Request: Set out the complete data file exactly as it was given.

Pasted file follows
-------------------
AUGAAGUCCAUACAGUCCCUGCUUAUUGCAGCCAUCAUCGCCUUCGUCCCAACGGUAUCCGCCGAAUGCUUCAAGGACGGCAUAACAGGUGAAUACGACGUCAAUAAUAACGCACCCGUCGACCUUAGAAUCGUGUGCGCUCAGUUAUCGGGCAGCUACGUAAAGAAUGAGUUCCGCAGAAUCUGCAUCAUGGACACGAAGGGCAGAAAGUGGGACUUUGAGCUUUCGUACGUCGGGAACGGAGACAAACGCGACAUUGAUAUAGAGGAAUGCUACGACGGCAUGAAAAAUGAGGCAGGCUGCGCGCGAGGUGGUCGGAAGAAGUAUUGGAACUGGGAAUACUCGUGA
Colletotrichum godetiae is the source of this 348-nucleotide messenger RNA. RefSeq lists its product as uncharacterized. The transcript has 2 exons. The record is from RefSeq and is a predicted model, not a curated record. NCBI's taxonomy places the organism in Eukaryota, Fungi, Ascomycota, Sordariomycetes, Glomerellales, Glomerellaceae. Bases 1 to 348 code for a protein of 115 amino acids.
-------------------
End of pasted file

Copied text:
AUGAAGUCCAUACAGUCCCUGCUUAUUGCAGCCAUCAUCGCCUUCGUCCCAACGGUAUCCGCCGAAUGCUUCAAGGACGGCAUAACAGGUGAAUACGACGUCAAUAAUAACGCACCCGUCGACCUUAGAAUCGUGUGCGCUCAGUUAUCGGGCAGCUACGUAAAGAAUGAGUUCCGCAGAAUCUGCAUCAUGGACACGAAGGGCAGAAAGUGGGACUUUGAGCUUUCGUACGUCGGGAACGGAGACAAACGCGACAUUGAUAUAGAGGAAUGCUACGACGGCAUGAAAAAUGAGGCAGGCUGCGCGCGAGGUGGUCGGAAGAAGUAUUGGAACUGGGAAUACUCGUGA
Colletotrichum godetiae is the source of this 348-nucleotide messenger RNA. RefSeq lists its product as uncharacterized. The transcript has 2 exons. The record is from RefSeq and is a predicted model, not a curated record. NCBI's taxonomy places the organism in Eukaryota, Fungi, Ascomycota, Sordariomycetes, Glomerellales, Glomerellaceae. Bases 1 to 348 code for a protein of 115 amino acids.